Nemours Alfred I. duPont Hospital for Children Article

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Nemours Alfred I. duPont Hospital for Children
Nemours Children’s Health System
Dupont hospital for children logo.jpg
Location Wilmington, Delaware, United States
Funding Non-profit hospital
Hospital typeSpecialty - Pediatrics
Affiliated university Thomas Jefferson University Hospital University of Delaware
PatronThe Nemours Foundation
Emergency departmentLevel 1 Pediatric Emergency Department Level 1 Trauma Center

Nemours Alfred I. duPont Hospital for Children is a pediatric hospital located in Wilmington, Delaware. It is controlled by the Nemours Foundation, a non-profit organization created by philanthropist Alfred I. du Pont in 1936 and dedicated to improving the health of children. Historically, it was referred to as the A. I. duPont Institute for Crippled Children or more simply, the DuPont Institute.


Main entrance of the Alfred I. DuPont Hospital for Children

With the words, “It has been my firm conviction throughout life that it is the duty of everyone in the world to do what is within his power to alleviate human suffering,” Alfred I. du Pont bestowed an estate valued at $40 million for the creation of a charitable corporation devoted primarily to providing health care services to children. The resulting Nemours Foundation was charged with the preservation and public enjoyment of the Nemours Mansion and Gardens in Wilmington, the care and treatment of disabled children and the care of low-income seniors throughout the state of Delaware. Nemours has grown to be one of the nation’s largest children’s health systems in the country caring for more than a quarter of a million children each year. The hospital is part of the DuPont legacy and is located on the DuPont Historic Corridor.

Through his last will and testament, Alfred I. DuPont established a trust composed of his holdings in E. I. du Pont de Nemours and Company which provided for the formation of The Nemours Foundation, named for the duPont family’s home in France. The Nemours Foundation was incorporated in Florida in 1936. In 1940, the original Alfred I. duPont Institute was opened in Wilmington, and it quickly became world-renowned for its clinical and research excellence in the field of pediatric orthopedics. It wasn’t until 1976 that the Nemours Board of Directors expanded the Institute’s mission to encompass more pediatric diseases. The first phase of the new Alfred I. duPont Hospital for Children was completed in 1979. Outpatient and ambulatory care was provided at the adjacent Nemours Children’s Clinic. The current hospital was completed in 1984. It was named one of the nation’s best children’s hospitals by Parents Magazine in 2009. [1] The Institute is academically affiliated with both the University of Delaware in Newark and Thomas Jefferson University in Philadelphia, and the residency program is handled through Thomas Jefferson University Hospital.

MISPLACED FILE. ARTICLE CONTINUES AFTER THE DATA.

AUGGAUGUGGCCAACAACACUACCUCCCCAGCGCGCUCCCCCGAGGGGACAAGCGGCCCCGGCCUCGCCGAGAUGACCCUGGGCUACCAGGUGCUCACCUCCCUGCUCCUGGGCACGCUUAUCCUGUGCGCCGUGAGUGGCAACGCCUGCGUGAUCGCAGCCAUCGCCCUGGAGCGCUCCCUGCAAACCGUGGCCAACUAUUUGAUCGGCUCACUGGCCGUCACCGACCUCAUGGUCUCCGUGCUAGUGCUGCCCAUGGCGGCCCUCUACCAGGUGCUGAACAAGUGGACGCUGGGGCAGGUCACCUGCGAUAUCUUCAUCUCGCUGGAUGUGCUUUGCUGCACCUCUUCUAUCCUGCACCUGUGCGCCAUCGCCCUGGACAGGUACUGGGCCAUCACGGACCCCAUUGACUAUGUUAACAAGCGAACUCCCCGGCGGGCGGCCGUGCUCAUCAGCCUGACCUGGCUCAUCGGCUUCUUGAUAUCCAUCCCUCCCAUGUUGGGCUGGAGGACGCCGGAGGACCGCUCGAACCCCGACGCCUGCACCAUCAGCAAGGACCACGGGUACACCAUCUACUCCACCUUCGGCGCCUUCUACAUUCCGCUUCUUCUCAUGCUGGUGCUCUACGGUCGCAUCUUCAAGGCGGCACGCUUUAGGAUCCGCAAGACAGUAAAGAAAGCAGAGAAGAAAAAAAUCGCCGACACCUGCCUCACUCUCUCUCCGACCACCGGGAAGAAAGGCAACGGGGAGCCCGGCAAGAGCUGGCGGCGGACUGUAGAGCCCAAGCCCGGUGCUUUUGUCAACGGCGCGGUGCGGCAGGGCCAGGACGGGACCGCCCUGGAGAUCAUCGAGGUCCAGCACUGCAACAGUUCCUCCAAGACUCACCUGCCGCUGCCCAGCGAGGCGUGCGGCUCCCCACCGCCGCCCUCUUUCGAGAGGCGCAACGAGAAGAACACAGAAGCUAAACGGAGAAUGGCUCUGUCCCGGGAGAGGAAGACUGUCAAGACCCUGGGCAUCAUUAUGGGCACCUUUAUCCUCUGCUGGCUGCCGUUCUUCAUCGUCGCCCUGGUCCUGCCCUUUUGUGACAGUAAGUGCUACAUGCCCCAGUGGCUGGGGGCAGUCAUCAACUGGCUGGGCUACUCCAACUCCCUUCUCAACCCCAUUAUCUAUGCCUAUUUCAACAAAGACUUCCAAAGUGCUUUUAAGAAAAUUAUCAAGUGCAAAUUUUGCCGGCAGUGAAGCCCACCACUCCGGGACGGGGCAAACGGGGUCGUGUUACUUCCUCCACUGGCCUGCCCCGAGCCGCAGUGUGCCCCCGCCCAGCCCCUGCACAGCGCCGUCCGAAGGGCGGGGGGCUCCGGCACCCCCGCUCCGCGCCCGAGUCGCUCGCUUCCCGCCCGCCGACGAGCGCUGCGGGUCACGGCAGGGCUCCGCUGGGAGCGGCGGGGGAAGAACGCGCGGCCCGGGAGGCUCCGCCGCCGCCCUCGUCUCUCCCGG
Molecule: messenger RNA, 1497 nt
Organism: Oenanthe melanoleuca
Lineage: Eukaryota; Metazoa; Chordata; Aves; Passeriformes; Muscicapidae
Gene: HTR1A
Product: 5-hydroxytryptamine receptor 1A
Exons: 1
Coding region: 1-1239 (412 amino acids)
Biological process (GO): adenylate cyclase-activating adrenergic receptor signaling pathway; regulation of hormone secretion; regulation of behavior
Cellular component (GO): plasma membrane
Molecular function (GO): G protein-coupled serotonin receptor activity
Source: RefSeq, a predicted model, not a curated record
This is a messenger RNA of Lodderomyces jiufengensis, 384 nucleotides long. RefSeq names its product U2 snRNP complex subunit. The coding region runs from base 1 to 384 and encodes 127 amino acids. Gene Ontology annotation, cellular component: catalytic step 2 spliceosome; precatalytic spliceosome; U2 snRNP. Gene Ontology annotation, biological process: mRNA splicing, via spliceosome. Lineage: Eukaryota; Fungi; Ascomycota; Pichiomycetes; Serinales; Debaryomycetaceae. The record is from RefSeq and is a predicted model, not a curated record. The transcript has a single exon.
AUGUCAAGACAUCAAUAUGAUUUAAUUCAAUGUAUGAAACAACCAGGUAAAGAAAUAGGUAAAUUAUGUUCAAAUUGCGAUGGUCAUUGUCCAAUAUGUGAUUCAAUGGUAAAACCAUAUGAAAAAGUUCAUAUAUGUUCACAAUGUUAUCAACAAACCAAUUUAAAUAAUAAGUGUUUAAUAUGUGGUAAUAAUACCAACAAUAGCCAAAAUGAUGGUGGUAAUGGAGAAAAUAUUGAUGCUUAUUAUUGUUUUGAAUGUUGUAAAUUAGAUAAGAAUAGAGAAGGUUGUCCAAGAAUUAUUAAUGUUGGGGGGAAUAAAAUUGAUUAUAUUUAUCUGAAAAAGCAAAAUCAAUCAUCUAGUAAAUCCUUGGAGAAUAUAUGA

The Nemours Foundation is the sole beneficiary of the A.I. duPont Testamentary Trust which was valued at $3.4 billion in 2009. [2] The trusts supporting the Nemours Foundation (the A.I. duPont Testamentary Trust and the Edward Ball Trust) were valued at a combined $5.5 billion in 2015. [3]


The medical campus is located directly east of the DuPont Experimental Station and the site also houses the Nemours Mansion and Gardens. The facility provides Delaware's only Pediatric Trauma Center, advanced inpatient and outpatient pediatric care in more than 30 specialties, intensive and acute pediatric care, as well as pediatric research. [4] The Ronald McDonald House of Delaware located adjacent to the hospital provides sleep rooms and showers for the parents and families of children receiving treatment.

In 2011, the Nemours Foundation announced a $212 million expansion that would increase the size of the Emergency Department and number of inpatient beds. The construction was completed in 2014 and the doors opened to patients in October 2014. [5]


The hospital offers intensive and acute inpatient and outpatient services in more than 30 disciplines. It is internationally recognized in blood and bone marrow transplantation, acondroplasia, cancer, cardiology and cardiac surgery, neurosurgery, orthopedics, and solid organ transplantation.


  1. ^ "Parents Magazine Posts Survey Results". 2009-02-25. Archived from the original on 7 August 2010. Retrieved 2010-09-02.
  2. ^ Standard and Poors, (accessed 2/28/2011)
  3. ^
  4. ^
  5. ^ Nemours Foundation.


39°46′56″N 75°33′20″W / 39.782215°N 75.555435°W / 39.782215; -75.555435